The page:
1. We have added a Gift Upgrades feature that allows you to gift an account upgrade to another member, just in time for the holiday season. You can see the gift option when going to the Account Upgrades screen, or on any user profile screen.
    Dismiss Notice

Distant Worlds; 4Ex Space Strategy; What do you think?

Discussion in 'All Other Games' started by Wade., Feb 28, 2010.

  1. Hawawaa

    Hawawaa Prime

    Joined:
    Mar 31, 2012
    Messages:
    549
    Location:
    Michigan
    Ok bumping this quickly, Shadows should be out in April (new ballpark). Artists are kinda running behind and they are in bug killing mode right now. There is a closed beta going on right now. Any new info comes I will make sure to update this.
     
  2. Hawawaa

    Hawawaa Prime

    Joined:
    Mar 31, 2012
    Messages:
    549
    Location:
    Michigan
    Ok moar info and release is expected late April or more likely May. Info DUMPING! :bigmouth:

    And yes there will be a bundle of some sort coming around launch (sale probably too).

    Matrix Games is proud to announce the upcoming release of the highly anticipated third expansion to the critically acclaimed 4X space strategy game series Distant Worlds: Shadows.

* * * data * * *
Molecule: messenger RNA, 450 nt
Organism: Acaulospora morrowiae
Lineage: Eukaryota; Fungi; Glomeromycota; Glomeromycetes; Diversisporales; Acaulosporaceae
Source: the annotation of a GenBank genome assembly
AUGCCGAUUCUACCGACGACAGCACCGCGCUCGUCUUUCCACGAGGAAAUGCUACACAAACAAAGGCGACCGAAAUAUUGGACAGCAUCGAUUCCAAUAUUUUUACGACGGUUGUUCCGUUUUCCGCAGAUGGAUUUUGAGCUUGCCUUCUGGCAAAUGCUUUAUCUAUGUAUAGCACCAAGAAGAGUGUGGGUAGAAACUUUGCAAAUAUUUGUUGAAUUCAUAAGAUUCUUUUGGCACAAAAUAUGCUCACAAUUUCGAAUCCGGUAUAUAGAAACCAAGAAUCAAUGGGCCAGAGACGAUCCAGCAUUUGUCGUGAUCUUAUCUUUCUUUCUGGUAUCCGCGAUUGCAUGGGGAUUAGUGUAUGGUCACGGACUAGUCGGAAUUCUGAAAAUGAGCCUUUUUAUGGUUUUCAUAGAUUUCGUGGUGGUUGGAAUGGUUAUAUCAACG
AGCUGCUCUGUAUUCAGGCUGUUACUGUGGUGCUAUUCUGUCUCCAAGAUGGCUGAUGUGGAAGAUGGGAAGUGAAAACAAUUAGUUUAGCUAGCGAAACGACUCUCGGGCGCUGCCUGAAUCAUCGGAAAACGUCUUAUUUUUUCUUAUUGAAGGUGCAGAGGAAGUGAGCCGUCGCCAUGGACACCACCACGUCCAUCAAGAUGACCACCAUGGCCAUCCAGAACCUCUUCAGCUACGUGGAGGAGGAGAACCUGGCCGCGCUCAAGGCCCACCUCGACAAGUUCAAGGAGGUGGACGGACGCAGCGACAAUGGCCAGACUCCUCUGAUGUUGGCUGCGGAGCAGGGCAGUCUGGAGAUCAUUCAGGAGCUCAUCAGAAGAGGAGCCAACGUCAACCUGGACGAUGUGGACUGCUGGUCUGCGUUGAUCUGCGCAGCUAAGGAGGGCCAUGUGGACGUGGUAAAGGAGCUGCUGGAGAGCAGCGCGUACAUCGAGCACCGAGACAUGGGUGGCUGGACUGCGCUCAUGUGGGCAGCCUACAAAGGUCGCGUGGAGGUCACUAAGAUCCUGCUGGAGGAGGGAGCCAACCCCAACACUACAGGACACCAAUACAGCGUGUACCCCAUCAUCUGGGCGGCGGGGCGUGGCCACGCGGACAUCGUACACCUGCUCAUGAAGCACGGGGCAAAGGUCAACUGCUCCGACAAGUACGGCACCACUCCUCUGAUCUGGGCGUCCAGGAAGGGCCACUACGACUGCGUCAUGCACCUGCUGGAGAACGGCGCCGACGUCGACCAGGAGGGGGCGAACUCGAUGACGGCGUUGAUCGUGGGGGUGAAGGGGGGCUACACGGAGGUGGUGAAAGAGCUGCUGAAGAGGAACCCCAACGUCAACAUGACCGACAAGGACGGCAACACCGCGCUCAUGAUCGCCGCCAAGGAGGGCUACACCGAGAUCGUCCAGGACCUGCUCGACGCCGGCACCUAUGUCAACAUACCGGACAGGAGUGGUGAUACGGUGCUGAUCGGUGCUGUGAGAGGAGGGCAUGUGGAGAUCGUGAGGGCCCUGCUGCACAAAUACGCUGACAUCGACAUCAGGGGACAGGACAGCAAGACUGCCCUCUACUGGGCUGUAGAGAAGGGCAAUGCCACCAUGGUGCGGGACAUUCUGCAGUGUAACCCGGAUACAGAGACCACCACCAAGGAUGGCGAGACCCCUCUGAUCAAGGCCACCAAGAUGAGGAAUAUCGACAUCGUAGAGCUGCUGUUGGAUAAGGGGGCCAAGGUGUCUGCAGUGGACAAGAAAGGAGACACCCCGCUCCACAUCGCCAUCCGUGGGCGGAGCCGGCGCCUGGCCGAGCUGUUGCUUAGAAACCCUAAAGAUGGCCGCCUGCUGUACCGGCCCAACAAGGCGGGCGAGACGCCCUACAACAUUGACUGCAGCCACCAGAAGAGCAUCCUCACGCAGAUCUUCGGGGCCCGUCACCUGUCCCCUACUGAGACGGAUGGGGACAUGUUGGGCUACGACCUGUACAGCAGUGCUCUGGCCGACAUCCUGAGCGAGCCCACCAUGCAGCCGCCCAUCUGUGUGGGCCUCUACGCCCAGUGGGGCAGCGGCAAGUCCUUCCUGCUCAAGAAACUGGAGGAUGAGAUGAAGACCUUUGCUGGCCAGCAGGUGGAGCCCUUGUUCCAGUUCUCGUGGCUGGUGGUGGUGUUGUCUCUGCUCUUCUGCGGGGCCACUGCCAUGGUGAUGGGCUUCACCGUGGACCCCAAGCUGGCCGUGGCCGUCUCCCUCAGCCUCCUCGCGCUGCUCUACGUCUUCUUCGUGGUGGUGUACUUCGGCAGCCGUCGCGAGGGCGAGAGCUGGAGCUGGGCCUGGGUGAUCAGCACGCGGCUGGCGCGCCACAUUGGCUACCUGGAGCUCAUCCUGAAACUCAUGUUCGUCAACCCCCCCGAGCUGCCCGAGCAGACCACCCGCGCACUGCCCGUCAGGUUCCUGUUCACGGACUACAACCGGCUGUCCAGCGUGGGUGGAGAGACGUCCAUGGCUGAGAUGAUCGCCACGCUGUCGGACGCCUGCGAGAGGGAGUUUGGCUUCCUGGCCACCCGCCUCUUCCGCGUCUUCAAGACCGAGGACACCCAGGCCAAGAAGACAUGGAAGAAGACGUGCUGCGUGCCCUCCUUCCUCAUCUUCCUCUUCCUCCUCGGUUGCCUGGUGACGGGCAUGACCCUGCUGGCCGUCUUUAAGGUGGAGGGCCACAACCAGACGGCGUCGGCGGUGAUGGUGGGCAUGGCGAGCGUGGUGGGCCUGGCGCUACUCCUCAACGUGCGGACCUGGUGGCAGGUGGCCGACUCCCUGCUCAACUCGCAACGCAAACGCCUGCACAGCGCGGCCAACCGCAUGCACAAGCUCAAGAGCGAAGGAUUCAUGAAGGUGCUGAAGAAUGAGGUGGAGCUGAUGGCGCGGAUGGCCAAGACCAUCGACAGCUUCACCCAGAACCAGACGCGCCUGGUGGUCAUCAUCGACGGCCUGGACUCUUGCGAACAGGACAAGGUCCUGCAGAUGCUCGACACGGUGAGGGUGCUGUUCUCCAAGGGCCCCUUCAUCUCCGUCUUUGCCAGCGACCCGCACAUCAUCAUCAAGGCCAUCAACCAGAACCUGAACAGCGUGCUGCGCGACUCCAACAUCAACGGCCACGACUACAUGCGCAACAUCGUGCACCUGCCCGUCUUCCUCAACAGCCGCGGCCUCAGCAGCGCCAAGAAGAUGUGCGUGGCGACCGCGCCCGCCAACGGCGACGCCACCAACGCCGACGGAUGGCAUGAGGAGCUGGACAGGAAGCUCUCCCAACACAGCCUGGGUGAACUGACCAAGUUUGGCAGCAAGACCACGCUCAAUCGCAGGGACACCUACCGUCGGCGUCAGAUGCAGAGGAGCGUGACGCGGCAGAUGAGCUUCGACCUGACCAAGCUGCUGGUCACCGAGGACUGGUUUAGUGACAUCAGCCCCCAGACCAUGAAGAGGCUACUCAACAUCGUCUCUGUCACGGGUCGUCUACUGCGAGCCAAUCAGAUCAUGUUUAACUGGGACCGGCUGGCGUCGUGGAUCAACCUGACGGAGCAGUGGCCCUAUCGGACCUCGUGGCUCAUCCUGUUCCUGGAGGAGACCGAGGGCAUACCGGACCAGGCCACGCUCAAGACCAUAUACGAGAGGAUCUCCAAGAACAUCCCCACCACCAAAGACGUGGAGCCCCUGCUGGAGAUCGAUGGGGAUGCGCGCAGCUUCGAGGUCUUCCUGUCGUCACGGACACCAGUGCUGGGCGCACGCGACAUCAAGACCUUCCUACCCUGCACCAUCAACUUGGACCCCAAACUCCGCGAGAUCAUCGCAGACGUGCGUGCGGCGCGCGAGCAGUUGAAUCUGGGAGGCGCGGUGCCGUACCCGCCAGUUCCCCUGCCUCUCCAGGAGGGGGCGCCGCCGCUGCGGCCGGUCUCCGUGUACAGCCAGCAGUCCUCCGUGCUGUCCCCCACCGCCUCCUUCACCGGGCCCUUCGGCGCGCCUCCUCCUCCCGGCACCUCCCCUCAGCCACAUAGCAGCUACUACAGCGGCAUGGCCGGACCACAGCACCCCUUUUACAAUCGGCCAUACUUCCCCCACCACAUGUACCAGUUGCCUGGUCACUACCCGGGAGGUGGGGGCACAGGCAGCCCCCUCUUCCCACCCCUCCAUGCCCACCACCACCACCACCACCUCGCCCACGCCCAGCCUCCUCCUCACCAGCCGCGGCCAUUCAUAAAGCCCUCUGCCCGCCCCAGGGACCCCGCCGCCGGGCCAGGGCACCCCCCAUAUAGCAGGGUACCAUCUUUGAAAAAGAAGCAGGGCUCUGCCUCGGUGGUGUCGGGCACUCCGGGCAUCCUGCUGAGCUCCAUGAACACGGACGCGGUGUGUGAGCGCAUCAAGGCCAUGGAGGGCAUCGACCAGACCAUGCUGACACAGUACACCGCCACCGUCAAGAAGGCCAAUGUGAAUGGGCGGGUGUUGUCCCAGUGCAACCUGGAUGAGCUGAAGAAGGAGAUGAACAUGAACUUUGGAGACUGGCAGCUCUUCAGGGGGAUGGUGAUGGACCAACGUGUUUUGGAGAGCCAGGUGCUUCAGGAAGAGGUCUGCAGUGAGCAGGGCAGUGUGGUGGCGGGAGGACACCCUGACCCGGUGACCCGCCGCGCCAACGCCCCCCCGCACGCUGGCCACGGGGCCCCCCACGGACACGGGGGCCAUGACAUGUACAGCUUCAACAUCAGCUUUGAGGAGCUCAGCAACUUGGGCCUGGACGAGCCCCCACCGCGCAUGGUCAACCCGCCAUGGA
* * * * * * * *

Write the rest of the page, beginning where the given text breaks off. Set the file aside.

Distant Worlds: Shadows adds new gameplay to the Distant Worlds universe and is set in a new era in the Distant Worlds timeline, called the Age of Shadows.

    In this time, when the planetary civilizations have not yet rediscovered hyperspace travel, factions of space-based pirates with remnants of ancient technologies battle each other to succeed in survival and expansion. They struggle to hold back the rebirth of the space empires from the ashes of the first war against the Shakturi while establishing themselves as the new power in the galaxy. It is up to the player to choose a side.

    New gameplay includes expanded ground combat, with a full new ground combat tech tree, a ground combat resolution screen and multiple different troop types as well as ship and base boarding and capture. The expanded tech tree also includes Gravitic Weapons and Tractor Beams as well as additional planetary facilities that allow you more customization on character recruitment.

    Distant Worlds: Shadows also includes an updated and improved graphical engine, a much enhanced AI and comprehensive difficulty settings that will be challenging even for the veterans of the series and as usual many new modding possibilities.


    Please note: Distant Worlds – Shadows REQUIRES ownership of Distant Worlds, Distant Worlds: Return of the Shakturi and Distant Worlds: Legends.

    Get more information on Distant Worlds: Shadows from its official product page - http://www.matrixgames.com/products/466/details/Distant.Worlds-.Shadows

    Now on ingame additions and pics-

    Posting some higher resolution versions of the new screenshots here. Note the assault pod entering the atmosphere from the orbital space in the ground combat screen, about to land on the planet and unload its troops.
    Spoiler :


    Spoiler :


    An invasion underway at a colony world.
    Spoiler :



    A preview of the Graviton Beam specs. That's the entry level gravitic weapon.